pete@commonwoodco.com - 0414834804 - Sydney, Australia

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Why Reclaimed?

Updated: Jul 26, 2018


With as much as 80% of the world’s forests destroyed or irreparably damaged and Australia’s land clearing rate once again among the highest in the world, it has never been more important for us to recycle and reuse timber. One of our closest neighbours Indonesia got awarded the Guinness World Record you don’t want to own - the country with the fastest rate of forest destruction on the planet, which at the time was around 300 football fields every hour!!


By no means am I a tree hugging ‘Greeny’ but I think it is very important to look after what we have here in Australia. I love the bush. I grew up spending school holidays at mates’ farms. Our country is beautiful. When I started this endeavour into the world of wood I wanted to ensure that I didn’t add to the deforestation, however small my impact would be, of Australia.


Along with the environmental side of deciding to only use reclaimed timber, personally I think the old timber just flat out looks better. There is no substitute for 100 years of living. The knowledge gained in 100 years is unimaginable. As we grow older we take on bits and pieces, gain experience and sometimes look a little more weathered from years of exposure to the elements. Reclaimed wood is the same. It takes on a different form after years of holding up ceilings, floors and walls. Old rusty nails stain the timber. The old style saw mills leave their mark with deep saw marks.


The timber that was used in a lot of houses up until about 40 years ago is what’s known as ‘old growth’. Old-growth timber is from old, slow growing trees. Originally used for its anti-rot properties old growth timber is also much stronger, termite resistant and far more stable than the stuff you buy in Bunnings with your snag on a Sunday. The difference between old-growth reclaimed Douglas Fir and new-growth everyday pine can be seen below. As far as being termite-resistant, termites will eat their way through anything but they much prefer soft, moist timber.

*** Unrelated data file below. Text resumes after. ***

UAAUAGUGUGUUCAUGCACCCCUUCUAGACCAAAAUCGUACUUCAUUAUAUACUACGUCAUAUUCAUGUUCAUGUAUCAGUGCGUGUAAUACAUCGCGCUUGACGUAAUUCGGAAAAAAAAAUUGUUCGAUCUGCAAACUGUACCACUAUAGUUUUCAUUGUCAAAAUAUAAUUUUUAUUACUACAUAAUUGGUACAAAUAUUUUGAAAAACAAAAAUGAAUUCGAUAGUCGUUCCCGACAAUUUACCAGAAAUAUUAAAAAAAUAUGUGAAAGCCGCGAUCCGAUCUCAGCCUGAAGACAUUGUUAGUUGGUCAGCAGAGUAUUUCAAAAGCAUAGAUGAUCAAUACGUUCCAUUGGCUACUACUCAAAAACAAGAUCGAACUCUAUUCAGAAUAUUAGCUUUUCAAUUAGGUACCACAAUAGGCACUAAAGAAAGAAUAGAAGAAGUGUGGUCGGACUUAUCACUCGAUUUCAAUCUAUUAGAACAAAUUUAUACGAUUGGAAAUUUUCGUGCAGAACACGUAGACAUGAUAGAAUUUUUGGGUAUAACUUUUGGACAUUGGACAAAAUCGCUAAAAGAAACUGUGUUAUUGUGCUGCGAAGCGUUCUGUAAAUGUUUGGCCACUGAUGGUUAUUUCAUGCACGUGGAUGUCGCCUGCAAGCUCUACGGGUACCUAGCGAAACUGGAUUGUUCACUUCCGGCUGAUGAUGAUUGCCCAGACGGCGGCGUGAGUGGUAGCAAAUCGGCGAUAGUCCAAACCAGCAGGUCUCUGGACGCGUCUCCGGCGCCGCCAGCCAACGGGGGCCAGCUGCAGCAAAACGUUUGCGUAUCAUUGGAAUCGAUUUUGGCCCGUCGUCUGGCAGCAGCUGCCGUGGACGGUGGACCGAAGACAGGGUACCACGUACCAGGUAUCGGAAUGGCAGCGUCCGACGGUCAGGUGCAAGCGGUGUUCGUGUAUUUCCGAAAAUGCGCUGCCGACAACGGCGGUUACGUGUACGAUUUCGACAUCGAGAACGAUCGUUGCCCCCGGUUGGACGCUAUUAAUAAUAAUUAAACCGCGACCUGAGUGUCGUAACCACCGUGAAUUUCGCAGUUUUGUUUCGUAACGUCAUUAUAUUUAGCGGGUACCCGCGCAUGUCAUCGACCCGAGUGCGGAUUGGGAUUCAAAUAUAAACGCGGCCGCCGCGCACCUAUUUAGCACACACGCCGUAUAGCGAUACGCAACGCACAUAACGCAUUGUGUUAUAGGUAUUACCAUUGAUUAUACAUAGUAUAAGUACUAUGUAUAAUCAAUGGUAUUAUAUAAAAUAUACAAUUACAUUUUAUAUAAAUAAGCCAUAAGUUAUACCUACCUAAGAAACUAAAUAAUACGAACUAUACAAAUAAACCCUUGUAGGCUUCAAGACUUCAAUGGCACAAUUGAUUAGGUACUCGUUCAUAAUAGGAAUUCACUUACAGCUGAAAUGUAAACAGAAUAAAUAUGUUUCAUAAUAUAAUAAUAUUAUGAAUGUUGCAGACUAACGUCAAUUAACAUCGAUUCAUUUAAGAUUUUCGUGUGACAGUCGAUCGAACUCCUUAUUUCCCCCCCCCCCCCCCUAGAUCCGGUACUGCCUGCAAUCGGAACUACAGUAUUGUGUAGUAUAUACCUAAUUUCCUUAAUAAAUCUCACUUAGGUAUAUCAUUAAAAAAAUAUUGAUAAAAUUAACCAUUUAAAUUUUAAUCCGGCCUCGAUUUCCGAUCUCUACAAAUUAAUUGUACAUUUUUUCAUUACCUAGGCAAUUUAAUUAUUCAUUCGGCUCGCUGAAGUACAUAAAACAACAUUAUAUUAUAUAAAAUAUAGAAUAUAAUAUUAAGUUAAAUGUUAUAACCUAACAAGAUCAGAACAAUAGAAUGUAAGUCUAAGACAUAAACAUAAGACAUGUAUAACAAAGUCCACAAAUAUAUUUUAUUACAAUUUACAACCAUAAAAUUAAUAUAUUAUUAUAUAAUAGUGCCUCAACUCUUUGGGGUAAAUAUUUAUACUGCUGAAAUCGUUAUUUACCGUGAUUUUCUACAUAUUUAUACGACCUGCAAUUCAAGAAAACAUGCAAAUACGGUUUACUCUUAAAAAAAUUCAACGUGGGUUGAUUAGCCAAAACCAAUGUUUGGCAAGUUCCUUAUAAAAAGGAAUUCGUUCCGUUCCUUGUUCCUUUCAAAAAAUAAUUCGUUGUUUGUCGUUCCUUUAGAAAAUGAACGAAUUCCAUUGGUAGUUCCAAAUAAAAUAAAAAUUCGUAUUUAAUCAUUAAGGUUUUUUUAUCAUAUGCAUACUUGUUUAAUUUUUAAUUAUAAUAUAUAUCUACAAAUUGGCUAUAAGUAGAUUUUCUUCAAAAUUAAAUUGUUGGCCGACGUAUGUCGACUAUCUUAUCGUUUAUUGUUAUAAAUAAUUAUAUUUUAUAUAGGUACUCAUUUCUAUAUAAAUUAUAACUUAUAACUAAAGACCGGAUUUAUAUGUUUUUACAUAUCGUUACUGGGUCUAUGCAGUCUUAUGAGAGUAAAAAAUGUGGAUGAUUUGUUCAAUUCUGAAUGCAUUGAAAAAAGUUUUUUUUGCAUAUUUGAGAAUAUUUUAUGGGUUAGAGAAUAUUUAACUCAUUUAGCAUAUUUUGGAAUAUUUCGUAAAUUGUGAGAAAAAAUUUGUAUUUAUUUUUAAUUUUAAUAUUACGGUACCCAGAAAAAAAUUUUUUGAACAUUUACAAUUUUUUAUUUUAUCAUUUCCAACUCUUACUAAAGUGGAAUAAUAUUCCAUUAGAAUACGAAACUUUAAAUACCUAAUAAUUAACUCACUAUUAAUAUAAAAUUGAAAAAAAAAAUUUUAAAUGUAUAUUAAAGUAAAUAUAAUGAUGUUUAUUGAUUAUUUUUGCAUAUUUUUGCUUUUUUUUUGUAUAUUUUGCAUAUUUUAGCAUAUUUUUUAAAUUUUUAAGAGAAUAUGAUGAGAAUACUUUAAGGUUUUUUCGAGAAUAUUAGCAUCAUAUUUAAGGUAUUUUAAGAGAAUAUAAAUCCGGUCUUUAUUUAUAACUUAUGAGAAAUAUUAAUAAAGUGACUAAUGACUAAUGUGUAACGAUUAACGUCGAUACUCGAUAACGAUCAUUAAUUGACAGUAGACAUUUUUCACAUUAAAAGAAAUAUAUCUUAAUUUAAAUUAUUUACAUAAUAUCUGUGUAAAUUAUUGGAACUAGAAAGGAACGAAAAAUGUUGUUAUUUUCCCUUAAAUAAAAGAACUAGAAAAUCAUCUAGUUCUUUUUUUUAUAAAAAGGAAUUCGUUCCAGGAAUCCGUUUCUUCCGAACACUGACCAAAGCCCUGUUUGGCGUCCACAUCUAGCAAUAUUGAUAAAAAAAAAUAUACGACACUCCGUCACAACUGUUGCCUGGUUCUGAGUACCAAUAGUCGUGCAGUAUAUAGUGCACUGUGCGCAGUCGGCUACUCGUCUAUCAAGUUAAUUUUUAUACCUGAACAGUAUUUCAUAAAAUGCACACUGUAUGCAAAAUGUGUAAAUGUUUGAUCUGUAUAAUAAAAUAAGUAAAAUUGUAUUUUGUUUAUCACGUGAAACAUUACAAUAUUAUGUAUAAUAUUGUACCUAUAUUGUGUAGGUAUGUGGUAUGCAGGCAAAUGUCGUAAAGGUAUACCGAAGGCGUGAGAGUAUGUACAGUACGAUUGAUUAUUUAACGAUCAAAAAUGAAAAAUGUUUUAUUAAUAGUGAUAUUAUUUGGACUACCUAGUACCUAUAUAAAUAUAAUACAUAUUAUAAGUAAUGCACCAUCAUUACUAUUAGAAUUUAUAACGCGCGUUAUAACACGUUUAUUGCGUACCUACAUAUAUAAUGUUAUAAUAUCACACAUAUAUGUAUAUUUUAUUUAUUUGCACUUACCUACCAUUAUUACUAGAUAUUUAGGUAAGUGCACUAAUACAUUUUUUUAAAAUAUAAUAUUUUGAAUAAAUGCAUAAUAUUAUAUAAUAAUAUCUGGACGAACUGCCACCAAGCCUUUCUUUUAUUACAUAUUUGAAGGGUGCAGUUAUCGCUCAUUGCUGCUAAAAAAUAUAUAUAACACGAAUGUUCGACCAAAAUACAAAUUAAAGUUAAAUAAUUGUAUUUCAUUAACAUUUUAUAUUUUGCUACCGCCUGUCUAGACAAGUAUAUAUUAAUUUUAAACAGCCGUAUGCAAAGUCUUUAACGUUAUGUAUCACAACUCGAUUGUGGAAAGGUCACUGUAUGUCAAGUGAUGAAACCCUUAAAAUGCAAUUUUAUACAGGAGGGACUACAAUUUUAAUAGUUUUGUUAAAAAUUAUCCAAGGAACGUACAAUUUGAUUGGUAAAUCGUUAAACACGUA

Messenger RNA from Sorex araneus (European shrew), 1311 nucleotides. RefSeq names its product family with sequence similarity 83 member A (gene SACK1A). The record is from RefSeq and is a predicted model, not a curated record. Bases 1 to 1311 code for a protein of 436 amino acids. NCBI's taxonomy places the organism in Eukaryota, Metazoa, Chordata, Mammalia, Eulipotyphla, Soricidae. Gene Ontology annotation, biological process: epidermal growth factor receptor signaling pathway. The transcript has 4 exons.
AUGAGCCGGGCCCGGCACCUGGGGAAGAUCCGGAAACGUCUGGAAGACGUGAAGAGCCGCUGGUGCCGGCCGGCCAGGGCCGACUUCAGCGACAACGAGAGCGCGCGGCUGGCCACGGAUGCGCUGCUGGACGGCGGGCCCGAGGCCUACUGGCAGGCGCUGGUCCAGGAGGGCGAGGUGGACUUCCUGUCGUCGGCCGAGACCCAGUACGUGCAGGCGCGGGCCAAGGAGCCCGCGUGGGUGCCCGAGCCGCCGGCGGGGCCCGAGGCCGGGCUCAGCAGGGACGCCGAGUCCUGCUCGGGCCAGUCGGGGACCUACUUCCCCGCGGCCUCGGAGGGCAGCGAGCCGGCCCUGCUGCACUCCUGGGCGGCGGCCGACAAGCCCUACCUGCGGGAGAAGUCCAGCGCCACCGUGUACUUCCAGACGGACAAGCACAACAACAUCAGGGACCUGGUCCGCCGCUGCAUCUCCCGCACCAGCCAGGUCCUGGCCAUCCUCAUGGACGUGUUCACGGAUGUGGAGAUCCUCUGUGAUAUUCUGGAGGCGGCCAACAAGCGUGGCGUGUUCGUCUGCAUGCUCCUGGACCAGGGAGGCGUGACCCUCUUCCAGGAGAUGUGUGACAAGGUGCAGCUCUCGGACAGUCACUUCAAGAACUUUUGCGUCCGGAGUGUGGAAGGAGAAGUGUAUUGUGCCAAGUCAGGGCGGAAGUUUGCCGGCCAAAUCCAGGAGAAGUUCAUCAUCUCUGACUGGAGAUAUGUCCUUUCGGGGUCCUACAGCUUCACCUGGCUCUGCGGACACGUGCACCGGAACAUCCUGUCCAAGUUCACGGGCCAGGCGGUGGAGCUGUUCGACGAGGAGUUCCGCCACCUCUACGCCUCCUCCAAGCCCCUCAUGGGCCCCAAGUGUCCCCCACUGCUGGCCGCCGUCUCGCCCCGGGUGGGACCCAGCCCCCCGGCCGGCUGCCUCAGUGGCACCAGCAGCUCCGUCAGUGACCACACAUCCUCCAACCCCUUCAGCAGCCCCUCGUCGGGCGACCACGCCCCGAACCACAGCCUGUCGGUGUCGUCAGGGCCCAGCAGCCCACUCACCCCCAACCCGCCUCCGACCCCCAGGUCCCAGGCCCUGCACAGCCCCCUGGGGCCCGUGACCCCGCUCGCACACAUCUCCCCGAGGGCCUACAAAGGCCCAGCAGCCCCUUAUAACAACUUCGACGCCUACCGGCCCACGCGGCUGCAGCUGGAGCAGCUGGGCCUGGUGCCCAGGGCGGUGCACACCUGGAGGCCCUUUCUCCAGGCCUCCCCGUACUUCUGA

Growth ring difference - old vs new

It’s more than likely that you are surrounded by old growth timber in your walls. If you’re planning some renovations, before you throw that timber out, drop me a line and let’s make you a coffee table or a desk out of the old timber so you keep a piece of the old house with you.


The final obvious reason for choosing reclaimed is its price. You would be amazed what some people are basically giving away. Where the cost does lie is in the work that I need to put in to get a piece of old timber to a point where it can be used in a piece of furniture or chopping board etc. It is very rewarding working on a piece of timber and revealing its beauty under all the dust and rusty nails.


Old growth Douglas Fir table - 'Barrington'


Next Week – Growing Up

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